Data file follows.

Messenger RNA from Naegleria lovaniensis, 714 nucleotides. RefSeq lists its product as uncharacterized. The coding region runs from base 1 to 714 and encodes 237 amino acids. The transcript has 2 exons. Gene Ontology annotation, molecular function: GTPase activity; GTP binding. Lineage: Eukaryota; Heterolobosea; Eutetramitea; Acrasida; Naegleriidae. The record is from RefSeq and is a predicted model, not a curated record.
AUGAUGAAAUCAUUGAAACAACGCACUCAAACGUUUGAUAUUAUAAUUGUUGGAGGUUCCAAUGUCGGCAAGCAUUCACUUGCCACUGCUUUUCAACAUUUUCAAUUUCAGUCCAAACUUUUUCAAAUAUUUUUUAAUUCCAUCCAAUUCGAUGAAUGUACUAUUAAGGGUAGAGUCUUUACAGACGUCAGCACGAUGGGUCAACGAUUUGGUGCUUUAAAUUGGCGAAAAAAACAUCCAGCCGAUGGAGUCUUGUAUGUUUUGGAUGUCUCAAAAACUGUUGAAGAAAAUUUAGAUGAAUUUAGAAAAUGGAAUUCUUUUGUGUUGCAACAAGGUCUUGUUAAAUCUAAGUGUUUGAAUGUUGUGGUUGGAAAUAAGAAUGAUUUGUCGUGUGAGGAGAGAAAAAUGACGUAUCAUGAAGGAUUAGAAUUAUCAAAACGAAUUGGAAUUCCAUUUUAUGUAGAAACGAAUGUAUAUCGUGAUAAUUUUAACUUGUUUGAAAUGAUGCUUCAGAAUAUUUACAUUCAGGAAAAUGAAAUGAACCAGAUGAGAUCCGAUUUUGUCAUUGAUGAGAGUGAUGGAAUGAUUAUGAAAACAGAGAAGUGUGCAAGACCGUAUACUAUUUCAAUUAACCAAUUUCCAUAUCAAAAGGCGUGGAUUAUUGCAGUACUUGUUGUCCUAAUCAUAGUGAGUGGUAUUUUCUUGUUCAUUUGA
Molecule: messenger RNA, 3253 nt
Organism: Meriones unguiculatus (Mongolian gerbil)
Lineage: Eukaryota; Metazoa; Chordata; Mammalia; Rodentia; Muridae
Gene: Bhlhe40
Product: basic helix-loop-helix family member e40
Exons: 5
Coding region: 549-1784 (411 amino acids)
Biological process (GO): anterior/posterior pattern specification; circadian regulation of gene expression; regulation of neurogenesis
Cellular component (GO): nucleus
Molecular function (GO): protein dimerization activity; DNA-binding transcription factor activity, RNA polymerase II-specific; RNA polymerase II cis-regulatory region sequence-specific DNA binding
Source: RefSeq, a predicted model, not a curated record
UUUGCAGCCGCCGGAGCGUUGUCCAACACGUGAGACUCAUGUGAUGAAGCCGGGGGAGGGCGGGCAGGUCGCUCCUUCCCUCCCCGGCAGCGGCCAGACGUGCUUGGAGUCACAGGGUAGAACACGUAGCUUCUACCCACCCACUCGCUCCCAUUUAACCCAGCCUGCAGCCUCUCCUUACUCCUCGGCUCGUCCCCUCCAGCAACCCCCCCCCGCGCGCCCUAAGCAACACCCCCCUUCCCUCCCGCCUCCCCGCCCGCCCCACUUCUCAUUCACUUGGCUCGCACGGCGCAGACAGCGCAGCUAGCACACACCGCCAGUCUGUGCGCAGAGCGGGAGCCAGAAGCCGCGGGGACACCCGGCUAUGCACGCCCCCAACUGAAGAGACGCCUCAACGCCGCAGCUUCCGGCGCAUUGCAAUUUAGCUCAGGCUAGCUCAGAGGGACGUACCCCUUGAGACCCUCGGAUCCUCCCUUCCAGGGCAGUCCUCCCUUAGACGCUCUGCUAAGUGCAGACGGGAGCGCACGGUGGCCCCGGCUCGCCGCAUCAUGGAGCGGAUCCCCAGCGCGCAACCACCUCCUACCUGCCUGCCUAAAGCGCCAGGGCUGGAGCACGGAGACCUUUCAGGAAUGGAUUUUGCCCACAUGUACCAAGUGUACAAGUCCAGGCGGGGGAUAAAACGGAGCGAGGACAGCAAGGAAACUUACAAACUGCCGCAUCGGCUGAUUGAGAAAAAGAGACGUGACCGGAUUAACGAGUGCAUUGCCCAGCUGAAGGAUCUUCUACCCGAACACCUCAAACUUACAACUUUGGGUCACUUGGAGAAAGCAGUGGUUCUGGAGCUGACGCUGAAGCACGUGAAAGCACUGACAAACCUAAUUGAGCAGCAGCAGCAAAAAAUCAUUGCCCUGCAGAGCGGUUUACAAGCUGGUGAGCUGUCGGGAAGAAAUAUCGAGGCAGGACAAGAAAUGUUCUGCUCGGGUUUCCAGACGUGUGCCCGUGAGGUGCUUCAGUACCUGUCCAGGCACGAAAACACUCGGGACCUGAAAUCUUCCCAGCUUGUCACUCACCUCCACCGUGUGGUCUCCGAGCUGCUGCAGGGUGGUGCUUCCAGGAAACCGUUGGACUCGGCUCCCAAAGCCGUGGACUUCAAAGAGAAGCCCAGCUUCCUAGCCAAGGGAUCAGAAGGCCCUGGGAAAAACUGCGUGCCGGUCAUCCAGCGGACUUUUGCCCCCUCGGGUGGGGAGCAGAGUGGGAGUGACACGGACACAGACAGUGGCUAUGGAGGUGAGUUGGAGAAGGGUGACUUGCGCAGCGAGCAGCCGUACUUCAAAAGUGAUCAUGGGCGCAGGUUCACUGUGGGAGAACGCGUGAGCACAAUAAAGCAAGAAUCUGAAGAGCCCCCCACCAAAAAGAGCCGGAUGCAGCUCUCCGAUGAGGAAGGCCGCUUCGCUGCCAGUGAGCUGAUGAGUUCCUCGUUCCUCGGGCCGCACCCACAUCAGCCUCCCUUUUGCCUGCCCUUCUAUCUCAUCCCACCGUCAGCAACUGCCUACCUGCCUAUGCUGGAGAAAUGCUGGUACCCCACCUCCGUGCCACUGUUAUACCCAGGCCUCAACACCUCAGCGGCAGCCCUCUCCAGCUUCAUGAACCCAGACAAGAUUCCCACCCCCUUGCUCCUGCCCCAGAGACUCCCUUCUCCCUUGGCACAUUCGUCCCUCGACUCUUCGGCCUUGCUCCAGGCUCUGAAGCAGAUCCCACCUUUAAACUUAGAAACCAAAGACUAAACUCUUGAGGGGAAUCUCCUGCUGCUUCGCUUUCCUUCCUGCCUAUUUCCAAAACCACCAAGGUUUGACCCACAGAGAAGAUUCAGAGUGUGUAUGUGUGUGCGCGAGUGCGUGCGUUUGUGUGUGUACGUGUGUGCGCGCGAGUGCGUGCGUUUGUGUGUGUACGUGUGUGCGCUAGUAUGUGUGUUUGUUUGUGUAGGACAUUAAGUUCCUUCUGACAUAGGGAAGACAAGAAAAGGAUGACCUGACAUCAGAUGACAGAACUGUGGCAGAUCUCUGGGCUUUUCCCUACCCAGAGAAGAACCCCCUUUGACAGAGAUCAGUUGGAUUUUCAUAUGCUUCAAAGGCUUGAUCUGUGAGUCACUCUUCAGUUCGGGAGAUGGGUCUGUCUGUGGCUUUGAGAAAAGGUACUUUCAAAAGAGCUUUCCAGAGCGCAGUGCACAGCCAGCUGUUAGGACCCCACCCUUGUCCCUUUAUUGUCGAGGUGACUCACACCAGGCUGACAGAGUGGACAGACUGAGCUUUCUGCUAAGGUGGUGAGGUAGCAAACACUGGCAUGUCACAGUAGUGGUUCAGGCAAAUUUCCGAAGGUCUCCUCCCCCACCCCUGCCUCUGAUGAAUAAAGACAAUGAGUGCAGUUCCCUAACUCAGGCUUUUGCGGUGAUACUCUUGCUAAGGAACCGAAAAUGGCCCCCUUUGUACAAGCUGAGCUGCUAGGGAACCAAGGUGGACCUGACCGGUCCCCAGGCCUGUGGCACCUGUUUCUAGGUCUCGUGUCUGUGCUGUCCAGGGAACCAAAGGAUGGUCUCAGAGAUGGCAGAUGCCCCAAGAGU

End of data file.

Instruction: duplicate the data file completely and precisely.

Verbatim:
Messenger RNA from Naegleria lovaniensis, 714 nucleotides. RefSeq lists its product as uncharacterized. The coding region runs from base 1 to 714 and encodes 237 amino acids. The transcript has 2 exons. Gene Ontology annotation, molecular function: GTPase activity; GTP binding. Lineage: Eukaryota; Heterolobosea; Eutetramitea; Acrasida; Naegleriidae. The record is from RefSeq and is a predicted model, not a curated record.
AUGAUGAAAUCAUUGAAACAACGCACUCAAACGUUUGAUAUUAUAAUUGUUGGAGGUUCCAAUGUCGGCAAGCAUUCACUUGCCACUGCUUUUCAACAUUUUCAAUUUCAGUCCAAACUUUUUCAAAUAUUUUUUAAUUCCAUCCAAUUCGAUGAAUGUACUAUUAAGGGUAGAGUCUUUACAGACGUCAGCACGAUGGGUCAACGAUUUGGUGCUUUAAAUUGGCGAAAAAAACAUCCAGCCGAUGGAGUCUUGUAUGUUUUGGAUGUCUCAAAAACUGUUGAAGAAAAUUUAGAUGAAUUUAGAAAAUGGAAUUCUUUUGUGUUGCAACAAGGUCUUGUUAAAUCUAAGUGUUUGAAUGUUGUGGUUGGAAAUAAGAAUGAUUUGUCGUGUGAGGAGAGAAAAAUGACGUAUCAUGAAGGAUUAGAAUUAUCAAAACGAAUUGGAAUUCCAUUUUAUGUAGAAACGAAUGUAUAUCGUGAUAAUUUUAACUUGUUUGAAAUGAUGCUUCAGAAUAUUUACAUUCAGGAAAAUGAAAUGAACCAGAUGAGAUCCGAUUUUGUCAUUGAUGAGAGUGAUGGAAUGAUUAUGAAAACAGAGAAGUGUGCAAGACCGUAUACUAUUUCAAUUAACCAAUUUCCAUAUCAAAAGGCGUGGAUUAUUGCAGUACUUGUUGUCCUAAUCAUAGUGAGUGGUAUUUUCUUGUUCAUUUGA
Molecule: messenger RNA, 3253 nt
Organism: Meriones unguiculatus (Mongolian gerbil)
Lineage: Eukaryota; Metazoa; Chordata; Mammalia; Rodentia; Muridae
Gene: Bhlhe40
Product: basic helix-loop-helix family member e40
Exons: 5
Coding region: 549-1784 (411 amino acids)
Biological process (GO): anterior/posterior pattern specification; circadian regulation of gene expression; regulation of neurogenesis
Cellular component (GO): nucleus
Molecular function (GO): protein dimerization activity; DNA-binding transcription factor activity, RNA polymerase II-specific; RNA polymerase II cis-regulatory region sequence-specific DNA binding
Source: RefSeq, a predicted model, not a curated record
UUUGCAGCCGCCGGAGCGUUGUCCAACACGUGAGACUCAUGUGAUGAAGCCGGGGGAGGGCGGGCAGGUCGCUCCUUCCCUCCCCGGCAGCGGCCAGACGUGCUUGGAGUCACAGGGUAGAACACGUAGCUUCUACCCACCCACUCGCUCCCAUUUAACCCAGCCUGCAGCCUCUCCUUACUCCUCGGCUCGUCCCCUCCAGCAACCCCCCCCCGCGCGCCCUAAGCAACACCCCCCUUCCCUCCCGCCUCCCCGCCCGCCCCACUUCUCAUUCACUUGGCUCGCACGGCGCAGACAGCGCAGCUAGCACACACCGCCAGUCUGUGCGCAGAGCGGGAGCCAGAAGCCGCGGGGACACCCGGCUAUGCACGCCCCCAACUGAAGAGACGCCUCAACGCCGCAGCUUCCGGCGCAUUGCAAUUUAGCUCAGGCUAGCUCAGAGGGACGUACCCCUUGAGACCCUCGGAUCCUCCCUUCCAGGGCAGUCCUCCCUUAGACGCUCUGCUAAGUGCAGACGGGAGCGCACGGUGGCCCCGGCUCGCCGCAUCAUGGAGCGGAUCCCCAGCGCGCAACCACCUCCUACCUGCCUGCCUAAAGCGCCAGGGCUGGAGCACGGAGACCUUUCAGGAAUGGAUUUUGCCCACAUGUACCAAGUGUACAAGUCCAGGCGGGGGAUAAAACGGAGCGAGGACAGCAAGGAAACUUACAAACUGCCGCAUCGGCUGAUUGAGAAAAAGAGACGUGACCGGAUUAACGAGUGCAUUGCCCAGCUGAAGGAUCUUCUACCCGAACACCUCAAACUUACAACUUUGGGUCACUUGGAGAAAGCAGUGGUUCUGGAGCUGACGCUGAAGCACGUGAAAGCACUGACAAACCUAAUUGAGCAGCAGCAGCAAAAAAUCAUUGCCCUGCAGAGCGGUUUACAAGCUGGUGAGCUGUCGGGAAGAAAUAUCGAGGCAGGACAAGAAAUGUUCUGCUCGGGUUUCCAGACGUGUGCCCGUGAGGUGCUUCAGUACCUGUCCAGGCACGAAAACACUCGGGACCUGAAAUCUUCCCAGCUUGUCACUCACCUCCACCGUGUGGUCUCCGAGCUGCUGCAGGGUGGUGCUUCCAGGAAACCGUUGGACUCGGCUCCCAAAGCCGUGGACUUCAAAGAGAAGCCCAGCUUCCUAGCCAAGGGAUCAGAAGGCCCUGGGAAAAACUGCGUGCCGGUCAUCCAGCGGACUUUUGCCCCCUCGGGUGGGGAGCAGAGUGGGAGUGACACGGACACAGACAGUGGCUAUGGAGGUGAGUUGGAGAAGGGUGACUUGCGCAGCGAGCAGCCGUACUUCAAAAGUGAUCAUGGGCGCAGGUUCACUGUGGGAGAACGCGUGAGCACAAUAAAGCAAGAAUCUGAAGAGCCCCCCACCAAAAAGAGCCGGAUGCAGCUCUCCGAUGAGGAAGGCCGCUUCGCUGCCAGUGAGCUGAUGAGUUCCUCGUUCCUCGGGCCGCACCCACAUCAGCCUCCCUUUUGCCUGCCCUUCUAUCUCAUCCCACCGUCAGCAACUGCCUACCUGCCUAUGCUGGAGAAAUGCUGGUACCCCACCUCCGUGCCACUGUUAUACCCAGGCCUCAACACCUCAGCGGCAGCCCUCUCCAGCUUCAUGAACCCAGACAAGAUUCCCACCCCCUUGCUCCUGCCCCAGAGACUCCCUUCUCCCUUGGCACAUUCGUCCCUCGACUCUUCGGCCUUGCUCCAGGCUCUGAAGCAGAUCCCACCUUUAAACUUAGAAACCAAAGACUAAACUCUUGAGGGGAAUCUCCUGCUGCUUCGCUUUCCUUCCUGCCUAUUUCCAAAACCACCAAGGUUUGACCCACAGAGAAGAUUCAGAGUGUGUAUGUGUGUGCGCGAGUGCGUGCGUUUGUGUGUGUACGUGUGUGCGCGCGAGUGCGUGCGUUUGUGUGUGUACGUGUGUGCGCUAGUAUGUGUGUUUGUUUGUGUAGGACAUUAAGUUCCUUCUGACAUAGGGAAGACAAGAAAAGGAUGACCUGACAUCAGAUGACAGAACUGUGGCAGAUCUCUGGGCUUUUCCCUACCCAGAGAAGAACCCCCUUUGACAGAGAUCAGUUGGAUUUUCAUAUGCUUCAAAGGCUUGAUCUGUGAGUCACUCUUCAGUUCGGGAGAUGGGUCUGUCUGUGGCUUUGAGAAAAGGUACUUUCAAAAGAGCUUUCCAGAGCGCAGUGCACAGCCAGCUGUUAGGACCCCACCCUUGUCCCUUUAUUGUCGAGGUGACUCACACCAGGCUGACAGAGUGGACAGACUGAGCUUUCUGCUAAGGUGGUGAGGUAGCAAACACUGGCAUGUCACAGUAGUGGUUCAGGCAAAUUUCCGAAGGUCUCCUCCCCCACCCCUGCCUCUGAUGAAUAAAGACAAUGAGUGCAGUUCCCUAACUCAGGCUUUUGCGGUGAUACUCUUGCUAAGGAACCGAAAAUGGCCCCCUUUGUACAAGCUGAGCUGCUAGGGAACCAAGGUGGACCUGACCGGUCCCCAGGCCUGUGGCACCUGUUUCUAGGUCUCGUGUCUGUGCUGUCCAGGGAACCAAAGGAUGGUCUCAGAGAUGGCAGAUGCCCCAAGAGU